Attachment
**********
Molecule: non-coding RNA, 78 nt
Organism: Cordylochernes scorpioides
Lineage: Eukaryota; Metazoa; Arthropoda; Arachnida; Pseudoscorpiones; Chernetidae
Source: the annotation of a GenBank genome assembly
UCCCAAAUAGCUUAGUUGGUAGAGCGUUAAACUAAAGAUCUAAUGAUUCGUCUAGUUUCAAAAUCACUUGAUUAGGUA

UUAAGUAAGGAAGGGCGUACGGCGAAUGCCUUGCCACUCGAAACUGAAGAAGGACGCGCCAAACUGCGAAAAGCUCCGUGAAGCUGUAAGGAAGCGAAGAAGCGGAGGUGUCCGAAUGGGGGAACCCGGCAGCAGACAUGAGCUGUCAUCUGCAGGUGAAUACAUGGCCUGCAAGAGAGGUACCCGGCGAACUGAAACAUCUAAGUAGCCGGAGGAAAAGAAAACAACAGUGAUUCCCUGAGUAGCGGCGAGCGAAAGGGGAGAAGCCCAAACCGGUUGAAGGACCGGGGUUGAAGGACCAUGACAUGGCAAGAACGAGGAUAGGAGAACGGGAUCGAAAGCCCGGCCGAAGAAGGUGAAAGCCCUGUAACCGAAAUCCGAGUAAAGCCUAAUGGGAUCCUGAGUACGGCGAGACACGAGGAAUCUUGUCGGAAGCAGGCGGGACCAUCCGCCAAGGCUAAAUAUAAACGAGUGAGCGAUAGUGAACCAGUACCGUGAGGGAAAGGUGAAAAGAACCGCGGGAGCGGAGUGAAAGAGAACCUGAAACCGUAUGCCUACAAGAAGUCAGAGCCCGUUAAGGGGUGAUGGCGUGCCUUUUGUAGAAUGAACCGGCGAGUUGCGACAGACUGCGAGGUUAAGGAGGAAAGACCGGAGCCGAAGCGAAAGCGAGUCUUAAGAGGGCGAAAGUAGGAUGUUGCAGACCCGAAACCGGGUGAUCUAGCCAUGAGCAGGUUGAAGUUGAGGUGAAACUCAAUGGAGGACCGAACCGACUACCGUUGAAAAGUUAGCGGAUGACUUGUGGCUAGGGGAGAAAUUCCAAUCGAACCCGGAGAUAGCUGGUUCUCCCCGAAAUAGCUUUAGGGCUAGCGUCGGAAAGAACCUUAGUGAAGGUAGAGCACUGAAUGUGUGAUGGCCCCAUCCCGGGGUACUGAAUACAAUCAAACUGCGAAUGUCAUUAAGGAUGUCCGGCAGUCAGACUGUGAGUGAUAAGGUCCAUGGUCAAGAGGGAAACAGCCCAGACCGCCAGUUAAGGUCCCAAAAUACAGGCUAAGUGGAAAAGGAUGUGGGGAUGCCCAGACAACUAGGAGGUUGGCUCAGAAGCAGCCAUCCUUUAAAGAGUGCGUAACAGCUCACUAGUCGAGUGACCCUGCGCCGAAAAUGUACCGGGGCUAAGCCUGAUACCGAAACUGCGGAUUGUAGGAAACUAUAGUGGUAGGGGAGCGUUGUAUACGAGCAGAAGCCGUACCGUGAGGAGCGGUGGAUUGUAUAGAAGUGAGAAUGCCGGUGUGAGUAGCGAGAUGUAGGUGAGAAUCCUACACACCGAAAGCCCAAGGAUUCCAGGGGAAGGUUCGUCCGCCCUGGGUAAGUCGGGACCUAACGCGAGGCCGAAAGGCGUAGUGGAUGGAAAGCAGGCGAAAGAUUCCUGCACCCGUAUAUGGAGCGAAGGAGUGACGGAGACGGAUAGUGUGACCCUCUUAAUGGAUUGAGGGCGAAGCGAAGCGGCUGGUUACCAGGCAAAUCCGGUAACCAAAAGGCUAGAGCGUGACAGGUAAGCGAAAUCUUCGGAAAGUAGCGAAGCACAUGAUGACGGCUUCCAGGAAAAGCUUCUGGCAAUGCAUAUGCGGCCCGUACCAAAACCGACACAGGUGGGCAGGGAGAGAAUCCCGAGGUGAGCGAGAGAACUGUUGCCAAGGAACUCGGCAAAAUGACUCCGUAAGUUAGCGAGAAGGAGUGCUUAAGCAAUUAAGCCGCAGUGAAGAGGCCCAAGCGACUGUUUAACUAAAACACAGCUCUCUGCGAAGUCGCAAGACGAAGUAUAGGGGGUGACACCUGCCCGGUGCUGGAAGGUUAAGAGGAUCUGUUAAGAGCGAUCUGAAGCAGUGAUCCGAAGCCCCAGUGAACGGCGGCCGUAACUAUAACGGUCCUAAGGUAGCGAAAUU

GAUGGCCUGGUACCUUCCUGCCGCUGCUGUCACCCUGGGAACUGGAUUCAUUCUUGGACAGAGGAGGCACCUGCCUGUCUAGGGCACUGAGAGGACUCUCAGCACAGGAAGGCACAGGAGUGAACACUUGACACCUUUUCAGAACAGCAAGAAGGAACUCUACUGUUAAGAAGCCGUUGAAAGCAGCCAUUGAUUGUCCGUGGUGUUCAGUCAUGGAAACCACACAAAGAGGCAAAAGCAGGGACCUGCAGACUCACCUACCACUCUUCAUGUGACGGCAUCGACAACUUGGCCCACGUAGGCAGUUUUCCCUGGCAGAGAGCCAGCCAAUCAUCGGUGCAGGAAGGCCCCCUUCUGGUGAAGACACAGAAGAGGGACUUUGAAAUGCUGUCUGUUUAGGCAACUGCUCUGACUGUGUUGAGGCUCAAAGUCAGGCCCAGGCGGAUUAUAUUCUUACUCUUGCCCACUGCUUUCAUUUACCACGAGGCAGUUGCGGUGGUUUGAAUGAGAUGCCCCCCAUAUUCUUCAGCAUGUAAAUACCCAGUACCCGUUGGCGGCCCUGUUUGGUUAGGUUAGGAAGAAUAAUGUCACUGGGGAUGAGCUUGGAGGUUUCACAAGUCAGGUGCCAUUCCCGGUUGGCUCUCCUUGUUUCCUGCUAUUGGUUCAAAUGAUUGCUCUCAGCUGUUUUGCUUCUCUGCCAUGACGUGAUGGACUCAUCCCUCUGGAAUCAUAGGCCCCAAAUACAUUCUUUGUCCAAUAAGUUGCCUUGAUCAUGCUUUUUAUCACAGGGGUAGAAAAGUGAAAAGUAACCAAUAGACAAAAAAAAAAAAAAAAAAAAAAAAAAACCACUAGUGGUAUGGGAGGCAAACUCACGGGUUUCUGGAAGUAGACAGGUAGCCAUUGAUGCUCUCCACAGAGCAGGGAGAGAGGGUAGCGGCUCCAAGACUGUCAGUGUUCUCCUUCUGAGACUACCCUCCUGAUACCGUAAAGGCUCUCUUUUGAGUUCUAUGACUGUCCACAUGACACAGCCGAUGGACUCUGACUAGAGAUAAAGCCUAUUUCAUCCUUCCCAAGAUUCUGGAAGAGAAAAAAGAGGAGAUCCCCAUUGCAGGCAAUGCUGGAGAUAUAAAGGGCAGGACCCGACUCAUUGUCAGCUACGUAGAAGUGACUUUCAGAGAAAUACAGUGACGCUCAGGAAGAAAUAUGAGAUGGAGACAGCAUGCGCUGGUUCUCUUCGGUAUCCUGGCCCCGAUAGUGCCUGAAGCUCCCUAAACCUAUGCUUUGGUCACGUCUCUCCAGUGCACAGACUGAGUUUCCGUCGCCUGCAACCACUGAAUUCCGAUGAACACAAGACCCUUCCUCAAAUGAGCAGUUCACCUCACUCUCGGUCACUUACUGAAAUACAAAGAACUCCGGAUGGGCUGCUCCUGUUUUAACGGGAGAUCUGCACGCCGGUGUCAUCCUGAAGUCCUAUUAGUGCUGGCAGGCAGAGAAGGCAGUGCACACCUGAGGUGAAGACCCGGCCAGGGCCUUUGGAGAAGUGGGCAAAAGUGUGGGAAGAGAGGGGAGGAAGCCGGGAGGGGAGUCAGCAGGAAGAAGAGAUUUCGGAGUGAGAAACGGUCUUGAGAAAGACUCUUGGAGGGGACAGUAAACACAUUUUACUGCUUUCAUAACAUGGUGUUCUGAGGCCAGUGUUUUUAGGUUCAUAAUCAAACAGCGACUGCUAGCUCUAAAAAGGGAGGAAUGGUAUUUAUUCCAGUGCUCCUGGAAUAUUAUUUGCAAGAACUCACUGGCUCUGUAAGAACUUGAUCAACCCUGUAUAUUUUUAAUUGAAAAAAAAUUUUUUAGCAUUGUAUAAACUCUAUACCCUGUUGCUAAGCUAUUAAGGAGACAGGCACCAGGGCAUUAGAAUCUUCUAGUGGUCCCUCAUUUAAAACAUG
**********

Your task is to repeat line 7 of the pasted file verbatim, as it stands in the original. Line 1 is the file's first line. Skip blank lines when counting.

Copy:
GAUGGCCUGGUACCUUCCUGCCGCUGCUGUCACCCUGGGAACUGGAUUCAUUCUUGGACAGAGGAGGCACCUGCCUGUCUAGGGCACUGAGAGGACUCUCAGCACAGGAAGGCACAGGAGUGAACACUUGACACCUUUUCAGAACAGCAAGAAGGAACUCUACUGUUAAGAAGCCGUUGAAAGCAGCCAUUGAUUGUCCGUGGUGUUCAGUCAUGGAAACCACACAAAGAGGCAAAAGCAGGGACCUGCAGACUCACCUACCACUCUUCAUGUGACGGCAUCGACAACUUGGCCCACGUAGGCAGUUUUCCCUGGCAGAGAGCCAGCCAAUCAUCGGUGCAGGAAGGCCCCCUUCUGGUGAAGACACAGAAGAGGGACUUUGAAAUGCUGUCUGUUUAGGCAACUGCUCUGACUGUGUUGAGGCUCAAAGUCAGGCCCAGGCGGAUUAUAUUCUUACUCUUGCCCACUGCUUUCAUUUACCACGAGGCAGUUGCGGUGGUUUGAAUGAGAUGCCCCCCAUAUUCUUCAGCAUGUAAAUACCCAGUACCCGUUGGCGGCCCUGUUUGGUUAGGUUAGGAAGAAUAAUGUCACUGGGGAUGAGCUUGGAGGUUUCACAAGUCAGGUGCCAUUCCCGGUUGGCUCUCCUUGUUUCCUGCUAUUGGUUCAAAUGAUUGCUCUCAGCUGUUUUGCUUCUCUGCCAUGACGUGAUGGACUCAUCCCUCUGGAAUCAUAGGCCCCAAAUACAUUCUUUGUCCAAUAAGUUGCCUUGAUCAUGCUUUUUAUCACAGGGGUAGAAAAGUGAAAAGUAACCAAUAGACAAAAAAAAAAAAAAAAAAAAAAAAAAACCACUAGUGGUAUGGGAGGCAAACUCACGGGUUUCUGGAAGUAGACAGGUAGCCAUUGAUGCUCUCCACAGAGCAGGGAGAGAGGGUAGCGGCUCCAAGACUGUCAGUGUUCUCCUUCUGAGACUACCCUCCUGAUACCGUAAAGGCUCUCUUUUGAGUUCUAUGACUGUCCACAUGACACAGCCGAUGGACUCUGACUAGAGAUAAAGCCUAUUUCAUCCUUCCCAAGAUUCUGGAAGAGAAAAAAGAGGAGAUCCCCAUUGCAGGCAAUGCUGGAGAUAUAAAGGGCAGGACCCGACUCAUUGUCAGCUACGUAGAAGUGACUUUCAGAGAAAUACAGUGACGCUCAGGAAGAAAUAUGAGAUGGAGACAGCAUGCGCUGGUUCUCUUCGGUAUCCUGGCCCCGAUAGUGCCUGAAGCUCCCUAAACCUAUGCUUUGGUCACGUCUCUCCAGUGCACAGACUGAGUUUCCGUCGCCUGCAACCACUGAAUUCCGAUGAACACAAGACCCUUCCUCAAAUGAGCAGUUCACCUCACUCUCGGUCACUUACUGAAAUACAAAGAACUCCGGAUGGGCUGCUCCUGUUUUAACGGGAGAUCUGCACGCCGGUGUCAUCCUGAAGUCCUAUUAGUGCUGGCAGGCAGAGAAGGCAGUGCACACCUGAGGUGAAGACCCGGCCAGGGCCUUUGGAGAAGUGGGCAAAAGUGUGGGAAGAGAGGGGAGGAAGCCGGGAGGGGAGUCAGCAGGAAGAAGAGAUUUCGGAGUGAGAAACGGUCUUGAGAAAGACUCUUGGAGGGGACAGUAAACACAUUUUACUGCUUUCAUAACAUGGUGUUCUGAGGCCAGUGUUUUUAGGUUCAUAAUCAAACAGCGACUGCUAGCUCUAAAAAGGGAGGAAUGGUAUUUAUUCCAGUGCUCCUGGAAUAUUAUUUGCAAGAACUCACUGGCUCUGUAAGAACUUGAUCAACCCUGUAUAUUUUUAAUUGAAAAAAAAUUUUUUAGCAUUGUAUAAACUCUAUACCCUGUUGCUAAGCUAUUAAGGAGACAGGCACCAGGGCAUUAGAAUCUUCUAGUGGUCCCUCAUUUAAAACAUG